If building a national team around a few NHL stars worked, then I would favor continuing on as usual. But after 3 straight Olympic tournaments without a medal, its time to quit doing the same old thing, and to make some major changes.
Why? The problem wasn't on the players chosen, twice it was on being outcoached (2006 and 2014) and once just being outplayed (2010).

As for Malkin, it was obvious that he had the wrong linemate in Ovechkin. They just aren't the fit for each other. Malkin was doing just fine with other linemates at the 2012 Worlds. Had Bilyaletdinov shuffled lines a bit, the outcome could have been different. But we all know that changing lines or strategies during a game/tournament has never been Russia's forte.

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04-13-2014, 04:41 PM
  #359
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Why? The problem wasn't on the players chosen, twice it was on being outcoached (2006 and 2014) and once just being outplayed (2010).

As for Malkin, it was obvious that he had the wrong linemate in Ovechkin. They just aren't the fit for each other. Malkin was doing just fine with other linemates at the 2012 Worlds. Had Bilyaletdinov shuffled lines a bit, the outcome could have been different. But we all know that changing lines or strategies during a game/tournament has never been Russia's forte.
Getting rid of Bykov and Bilyaletdinov were the easy solutions (the RHF might want to take a second look at Bykov after Sochi). Bilyaletdinov probably should have been dumped after the 2013 Worlds, but by then it was too late. If Russia wants to have a better performance and keep getting better, something entirely different will have to be done. The system still isn't producing enough good players to win an international competition where all the best players are there.

In the end, they had to put guys like Kulyomin, Anisimov, Popov, Tarasenko, Tereschenko, Voynov, Nikitin, and Tyutin, and those guys aren't good enough to compete in a tournament where all the best players were there. Ovechkin, Malkin and Kovalchuk didn't play well enough to justify the whole system focused around them. The absence of strategy and tactics can best be fixed, IMO, by thinking outside the box and creating some semblance of a disciplined national team model. A national team model could only be created in Russia, and would have to be built around the KHL. The big NHL stars would of course be welcome, but they would have to make themselves available to buy into the team concept.

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04-18-2014, 08:01 AM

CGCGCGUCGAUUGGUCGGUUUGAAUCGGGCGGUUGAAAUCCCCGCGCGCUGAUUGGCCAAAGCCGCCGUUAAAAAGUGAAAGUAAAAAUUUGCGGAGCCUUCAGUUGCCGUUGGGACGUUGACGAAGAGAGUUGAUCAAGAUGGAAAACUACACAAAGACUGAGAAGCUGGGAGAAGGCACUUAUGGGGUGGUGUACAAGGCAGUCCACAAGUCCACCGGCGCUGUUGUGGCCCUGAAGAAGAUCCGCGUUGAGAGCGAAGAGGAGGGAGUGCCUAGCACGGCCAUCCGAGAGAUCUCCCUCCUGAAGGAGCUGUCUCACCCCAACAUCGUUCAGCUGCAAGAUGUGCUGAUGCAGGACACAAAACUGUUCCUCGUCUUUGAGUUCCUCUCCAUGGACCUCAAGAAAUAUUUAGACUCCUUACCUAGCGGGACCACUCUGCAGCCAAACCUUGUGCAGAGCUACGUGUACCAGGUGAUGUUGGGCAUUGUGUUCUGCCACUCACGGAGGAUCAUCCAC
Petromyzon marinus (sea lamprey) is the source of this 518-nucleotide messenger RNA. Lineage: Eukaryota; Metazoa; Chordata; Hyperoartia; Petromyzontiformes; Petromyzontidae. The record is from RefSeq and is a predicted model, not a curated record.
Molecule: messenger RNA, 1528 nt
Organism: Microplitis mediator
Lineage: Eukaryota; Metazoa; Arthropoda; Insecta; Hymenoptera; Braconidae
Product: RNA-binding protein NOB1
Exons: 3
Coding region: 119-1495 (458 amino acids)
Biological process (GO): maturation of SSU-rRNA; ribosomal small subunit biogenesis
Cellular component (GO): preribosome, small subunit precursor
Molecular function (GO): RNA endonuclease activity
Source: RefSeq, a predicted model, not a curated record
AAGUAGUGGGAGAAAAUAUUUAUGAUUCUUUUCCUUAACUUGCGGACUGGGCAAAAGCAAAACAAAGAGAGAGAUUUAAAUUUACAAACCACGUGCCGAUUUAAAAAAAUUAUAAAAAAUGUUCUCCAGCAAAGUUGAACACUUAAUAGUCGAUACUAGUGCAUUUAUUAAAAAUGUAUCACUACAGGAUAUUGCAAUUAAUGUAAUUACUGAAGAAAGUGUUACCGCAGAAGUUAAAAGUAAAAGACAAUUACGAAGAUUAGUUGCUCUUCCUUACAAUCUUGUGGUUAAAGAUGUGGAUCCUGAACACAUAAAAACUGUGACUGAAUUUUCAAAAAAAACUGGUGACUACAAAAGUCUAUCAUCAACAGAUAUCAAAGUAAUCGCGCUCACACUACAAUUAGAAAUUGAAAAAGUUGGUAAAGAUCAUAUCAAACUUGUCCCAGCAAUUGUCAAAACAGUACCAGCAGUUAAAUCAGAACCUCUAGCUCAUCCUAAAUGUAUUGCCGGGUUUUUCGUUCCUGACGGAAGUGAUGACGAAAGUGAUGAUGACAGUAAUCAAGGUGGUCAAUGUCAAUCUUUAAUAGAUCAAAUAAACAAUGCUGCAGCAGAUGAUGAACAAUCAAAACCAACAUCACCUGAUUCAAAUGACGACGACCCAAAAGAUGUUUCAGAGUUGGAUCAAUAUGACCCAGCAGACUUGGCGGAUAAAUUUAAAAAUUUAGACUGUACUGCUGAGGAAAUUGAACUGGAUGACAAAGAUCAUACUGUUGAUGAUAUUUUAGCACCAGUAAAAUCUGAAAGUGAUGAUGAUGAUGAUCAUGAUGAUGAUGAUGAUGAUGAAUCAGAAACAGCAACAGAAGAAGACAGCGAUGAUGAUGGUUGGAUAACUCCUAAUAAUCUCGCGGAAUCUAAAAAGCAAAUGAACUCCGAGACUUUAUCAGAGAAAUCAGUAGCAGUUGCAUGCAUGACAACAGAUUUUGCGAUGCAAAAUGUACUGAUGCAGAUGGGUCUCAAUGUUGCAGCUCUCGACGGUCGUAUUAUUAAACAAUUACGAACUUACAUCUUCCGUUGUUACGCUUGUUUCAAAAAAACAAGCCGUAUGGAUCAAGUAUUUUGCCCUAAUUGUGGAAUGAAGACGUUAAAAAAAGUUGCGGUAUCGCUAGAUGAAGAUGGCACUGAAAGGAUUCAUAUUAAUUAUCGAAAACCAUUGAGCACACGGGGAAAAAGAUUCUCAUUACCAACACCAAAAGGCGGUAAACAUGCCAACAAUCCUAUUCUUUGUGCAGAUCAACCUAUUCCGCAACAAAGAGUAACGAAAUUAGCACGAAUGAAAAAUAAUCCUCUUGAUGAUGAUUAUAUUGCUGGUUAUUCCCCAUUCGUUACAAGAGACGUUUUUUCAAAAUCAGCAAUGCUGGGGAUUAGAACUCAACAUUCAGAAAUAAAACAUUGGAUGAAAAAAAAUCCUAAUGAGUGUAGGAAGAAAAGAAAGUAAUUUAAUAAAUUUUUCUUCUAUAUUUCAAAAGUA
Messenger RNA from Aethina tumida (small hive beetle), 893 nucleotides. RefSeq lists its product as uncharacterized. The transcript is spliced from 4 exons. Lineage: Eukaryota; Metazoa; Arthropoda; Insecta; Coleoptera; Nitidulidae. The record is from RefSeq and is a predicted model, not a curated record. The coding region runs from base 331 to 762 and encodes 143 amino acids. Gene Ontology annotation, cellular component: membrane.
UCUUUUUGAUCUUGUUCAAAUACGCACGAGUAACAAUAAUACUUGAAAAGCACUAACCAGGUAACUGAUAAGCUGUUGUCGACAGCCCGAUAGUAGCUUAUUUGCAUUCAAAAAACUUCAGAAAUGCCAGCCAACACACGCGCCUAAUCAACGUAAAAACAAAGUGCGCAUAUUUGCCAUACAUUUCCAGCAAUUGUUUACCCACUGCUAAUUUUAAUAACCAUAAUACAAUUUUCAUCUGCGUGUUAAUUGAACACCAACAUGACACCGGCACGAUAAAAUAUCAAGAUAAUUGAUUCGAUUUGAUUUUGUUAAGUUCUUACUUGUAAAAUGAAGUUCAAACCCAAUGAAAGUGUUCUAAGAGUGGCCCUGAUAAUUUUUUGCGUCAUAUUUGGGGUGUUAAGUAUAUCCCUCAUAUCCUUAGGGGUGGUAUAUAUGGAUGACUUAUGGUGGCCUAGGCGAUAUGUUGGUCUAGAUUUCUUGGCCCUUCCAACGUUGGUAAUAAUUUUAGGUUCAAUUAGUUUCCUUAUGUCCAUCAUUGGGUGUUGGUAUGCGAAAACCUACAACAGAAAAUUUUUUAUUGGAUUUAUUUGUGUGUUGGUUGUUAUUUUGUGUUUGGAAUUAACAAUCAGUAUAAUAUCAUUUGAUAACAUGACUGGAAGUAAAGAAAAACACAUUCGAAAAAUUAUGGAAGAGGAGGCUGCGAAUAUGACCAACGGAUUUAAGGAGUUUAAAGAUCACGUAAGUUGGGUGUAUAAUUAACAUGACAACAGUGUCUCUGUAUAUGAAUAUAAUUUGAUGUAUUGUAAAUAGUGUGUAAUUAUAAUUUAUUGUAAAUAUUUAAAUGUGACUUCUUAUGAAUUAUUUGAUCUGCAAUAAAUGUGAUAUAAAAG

#360
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In the end, they had to put guys like Kulyomin, Anisimov, Popov, Tarasenko, Tereschenko, Voynov, Nikitin, and Tyutin, and those guys aren't good enough to compete in a tournament where all the best players were there. Ovechkin, Malkin and Kovalchuk didn't play well enough to justify the whole system focused around them.
I think if good ol Stalin Znarocks set up a team made of from starved and winning hungry VHL-MHL players they will beat everything. Even on Olympics.

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04-19-2014, 07:01 PM
  #361
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I think if good ol Stalin Znarocks set up a team made of from starved and winning hungry VHL-MHL players they will beat everything. Even on Olympics.
The down side of a KHL-based national team concept is that, unfortunately, the best Russian talent is still flowing to NHL and the CHL, even if the results don't justify it. The up side is, as you say, KHL players are likely to be hungrier and willing to subordinate themselves to a team plan and strategy, just like the highly successful Finns do. Any way you look at it, after the third straight year of coming up empty, the intrinsic value of having Ovechkin, Malkin and Kovalchuk has really fallen.

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04-20-2014, 08:27 AM
  #362
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Any way you look at it, after the third straight year of coming up empty, the intrinsic value of having Ovechkin, Malkin and Kovalchuk has really fallen.
I think a re-driling practice will be usefull for these all-star players. Here is a good example. Znarocks is perfect type of couch though.

The point is that if they start to play the typical selfish non-interested team gameplay like always Znarocks will use this metode.

http://www.youtube.com/watch?v=hLT4tSLU9G0

Right in the back.

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04-20-2014, 11:19 PM
  #363